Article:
It’s the end of another day of trial involving the suit filed by David Coppedge, the creationist who claims he was wrongfully demoted (and later fired) by his employer because he was promoting Intelligent Design (ID) on the job. As you recall, he used to work as a computer technician for Jet Propulsion Laboratory (JPL), which is part of Caltech. He also maintains a creationist website: Creation-Evolution Headlines — which was recently moved here.
When the action ended yesterday, it was pretty much the end of JPL’s cross-examination of Coppedge. Becker (Coppedge’s lawyer) was going to put his client back on the stand for re-direct — in an attempt to clear up any blunders that may have been committed during cross. We suspected that might encourage another post from the neo-theocrats at the Discovery Institute‘s creationist public relations and lobbying operation, the Center for Science and Culture (a/k/a the Discoveroids, a/k/a the cdesign proponentsists).
And we were right. They’ve just posted Employment Reviews Support David Coppedge’s Claim that NASA Punished Him for Supporting Intelligent Design, by David Klinghoffer. We can’t find any other news, so that’s what we’ll go with.
Unfortunately, Klinghoffer doesn’t report a single thing that occurred at the trial — not one. Instead, presumably to avoid discussing embarrassing facts that are leaking out, he gives us his own one-sided review of some of the exhibits. In other words, his post isn’t worth very much, but it’s all we’ve got at the moment. To the extent that Klinghoffer’s post tells us anything, it’s that there was nothing in court today that the Discoveroids want to talk about. Here are some excerpts, with bold font added by us:
Reading over David Coppedge’s Employee Contribution Assessment and Planning (ECAP) reports, from his tenure as a 14-year veteran computer specialist for NASA’s Jet Propulsion Lab, is exactly like reading a kid’s report cards. Having now reviewed his ECAPs, I can tell you that Coppedge received fine marks right up until the moment that supervisors turned their attention to his support for intelligent design.
Somehow, we’re not quite ready to take Klinghoffer’s word for it. He continues.
In a brutal take-no-prisoners style, JPL’s team has done everything it can to impeach Coppedge’s account of himself, even accusing him of an ethics violation for selling the occasional pro-ID DVD to interested co-workers and neglecting to report it as doing other business while on the job. Next thing you know they’ll make it an issue that he took home a ballpoint pen to work the Sunday crossword puzzle.
A “brutal take-no-prisoners style”? Really? We doubt that it’s as brutal as the way the Discoveroids treat the reputation of Charles Darwin. Oh, you noticed, of course, that Klinghoffer failed to mention what one news account told us came out at trial yesterday — Coppedge not only didn’t inform JPL of his DVD sales, he also failed to report his DVD revenue to the IRS.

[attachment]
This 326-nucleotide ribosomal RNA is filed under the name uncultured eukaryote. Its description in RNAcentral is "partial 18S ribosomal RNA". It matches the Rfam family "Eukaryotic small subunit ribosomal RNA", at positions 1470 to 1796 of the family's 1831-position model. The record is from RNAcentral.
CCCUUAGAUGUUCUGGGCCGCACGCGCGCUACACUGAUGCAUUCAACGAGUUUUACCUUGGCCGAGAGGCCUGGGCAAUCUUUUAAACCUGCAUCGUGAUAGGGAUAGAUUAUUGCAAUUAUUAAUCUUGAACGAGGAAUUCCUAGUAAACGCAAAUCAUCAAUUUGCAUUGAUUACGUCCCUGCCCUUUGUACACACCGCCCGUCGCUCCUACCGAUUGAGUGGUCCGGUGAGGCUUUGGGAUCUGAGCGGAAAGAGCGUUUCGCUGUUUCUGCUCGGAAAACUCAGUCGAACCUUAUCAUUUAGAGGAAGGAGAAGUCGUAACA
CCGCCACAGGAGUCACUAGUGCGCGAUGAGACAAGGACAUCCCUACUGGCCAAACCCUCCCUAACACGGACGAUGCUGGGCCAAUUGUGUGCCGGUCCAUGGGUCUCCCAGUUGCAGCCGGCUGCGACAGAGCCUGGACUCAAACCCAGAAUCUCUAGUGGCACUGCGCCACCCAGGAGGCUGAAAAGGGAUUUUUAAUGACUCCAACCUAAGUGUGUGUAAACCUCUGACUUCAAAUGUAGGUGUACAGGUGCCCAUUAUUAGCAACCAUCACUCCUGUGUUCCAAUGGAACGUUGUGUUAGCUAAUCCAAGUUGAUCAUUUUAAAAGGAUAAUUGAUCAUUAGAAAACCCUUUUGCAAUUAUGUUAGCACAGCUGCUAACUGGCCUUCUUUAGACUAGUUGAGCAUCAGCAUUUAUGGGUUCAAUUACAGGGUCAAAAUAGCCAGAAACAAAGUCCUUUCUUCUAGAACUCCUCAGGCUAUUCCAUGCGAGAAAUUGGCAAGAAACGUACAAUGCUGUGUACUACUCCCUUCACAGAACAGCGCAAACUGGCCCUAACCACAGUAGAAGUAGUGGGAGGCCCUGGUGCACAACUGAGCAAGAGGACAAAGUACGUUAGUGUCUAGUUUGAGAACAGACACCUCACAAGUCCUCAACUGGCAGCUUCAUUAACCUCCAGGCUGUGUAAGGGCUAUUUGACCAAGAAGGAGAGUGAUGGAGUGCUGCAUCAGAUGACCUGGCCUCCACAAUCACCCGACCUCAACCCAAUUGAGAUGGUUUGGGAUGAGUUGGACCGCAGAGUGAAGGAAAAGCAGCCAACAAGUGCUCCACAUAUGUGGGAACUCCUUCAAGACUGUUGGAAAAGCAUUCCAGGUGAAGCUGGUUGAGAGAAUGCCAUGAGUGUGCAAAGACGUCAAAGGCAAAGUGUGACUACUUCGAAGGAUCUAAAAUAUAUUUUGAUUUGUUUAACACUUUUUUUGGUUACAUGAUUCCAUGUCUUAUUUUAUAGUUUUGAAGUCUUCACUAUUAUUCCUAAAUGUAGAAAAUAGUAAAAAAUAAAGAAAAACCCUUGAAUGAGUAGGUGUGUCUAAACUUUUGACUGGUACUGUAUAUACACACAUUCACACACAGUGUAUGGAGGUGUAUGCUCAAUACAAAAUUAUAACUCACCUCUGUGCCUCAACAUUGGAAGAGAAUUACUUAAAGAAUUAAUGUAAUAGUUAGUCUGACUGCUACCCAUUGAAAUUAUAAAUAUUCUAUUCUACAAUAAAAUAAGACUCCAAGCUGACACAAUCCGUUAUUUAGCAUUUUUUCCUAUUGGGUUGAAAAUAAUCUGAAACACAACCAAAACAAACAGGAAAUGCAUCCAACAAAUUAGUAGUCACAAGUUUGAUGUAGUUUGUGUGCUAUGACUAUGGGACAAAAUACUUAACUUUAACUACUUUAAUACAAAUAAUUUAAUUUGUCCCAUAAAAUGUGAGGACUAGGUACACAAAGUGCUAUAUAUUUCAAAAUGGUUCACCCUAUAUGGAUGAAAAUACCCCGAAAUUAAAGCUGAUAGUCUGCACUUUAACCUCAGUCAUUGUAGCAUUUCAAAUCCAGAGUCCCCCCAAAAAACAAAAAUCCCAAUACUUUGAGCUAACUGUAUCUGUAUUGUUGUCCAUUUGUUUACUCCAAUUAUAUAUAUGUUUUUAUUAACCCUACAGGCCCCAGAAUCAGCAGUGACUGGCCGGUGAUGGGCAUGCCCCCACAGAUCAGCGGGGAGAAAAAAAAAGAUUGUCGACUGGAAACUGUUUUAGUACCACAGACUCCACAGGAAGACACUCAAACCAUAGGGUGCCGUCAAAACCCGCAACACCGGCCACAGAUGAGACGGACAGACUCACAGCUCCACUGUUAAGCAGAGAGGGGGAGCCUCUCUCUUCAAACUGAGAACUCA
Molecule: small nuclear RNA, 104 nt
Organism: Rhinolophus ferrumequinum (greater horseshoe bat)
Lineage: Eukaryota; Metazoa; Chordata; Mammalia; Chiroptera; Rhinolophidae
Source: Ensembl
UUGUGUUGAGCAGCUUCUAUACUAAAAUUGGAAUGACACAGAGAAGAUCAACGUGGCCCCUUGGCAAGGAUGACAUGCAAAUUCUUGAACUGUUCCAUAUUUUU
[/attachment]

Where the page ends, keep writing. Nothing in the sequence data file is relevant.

Then Klinghoffer spends a few paragraphs reviewing those employee reports. We won’t bother with his description because we assume he’s cherry-picking the items he writes about. Let’s read on:
Suddenly, we find another supervisor, Greg Chin, weighing in. Chin admits Coppedge’s technical competence, his “accuracy, thoroughness and orderliness,” but out of nowhere lays into his “interpersonal and communications skills.” The very skills that previously had met or exceeded expectations were now the subject of scathing and ominous criticism.
Why is that difficult to accept? Maybe Coppedge had recently lost control of himself, or maybe Chin was the first objective supervisor to take a look at what was going on. Rather than accepting Klinghoffer’s interpretation of things, we’ll wait to see how the facts come out in court. His article continues:
The date of the document, April 1, 2009, when it was signed by Burgess and Coppedge, is important because it’s barely a month after the March 2 confrontation when Chin shouted at Coppedge to “stop pushing your religion,” intelligent design. That was after a colleague complained about a pro-ID DVD that Coppedge lent her. Stirred up by Greg Chin, a Human Resources investigation had already begun assembling further criticisms that somehow never made it into all those previous years of quite satisfactory ECAPs.
All we can determine from this is that Klinghoffer and Coppedge have the same interpretation of events. The judge will decide, after hearing both sides, whether to accord any credibility to Coppedge’s version. As for Klinghoffer’s version, that has no significance whatsoever. For what it’s worth, here’s Klinghoffer’s conclusion, which comes as no surprise:
At JPL, as at other academic institutions and not least those associated with the federal government, ID is a red flag. You can’t bring it up for discussion, except to condemn it, without the expectation of being gored or trampled to death. That’s how the “scientific consensus” in favor of Darwinian evolution and materialist orthodoxy actually works.
So there you are. Another day of trial has ended, and we don’t know any more than we did when it began. But we can guess that things didn’t go well for Coppedge.
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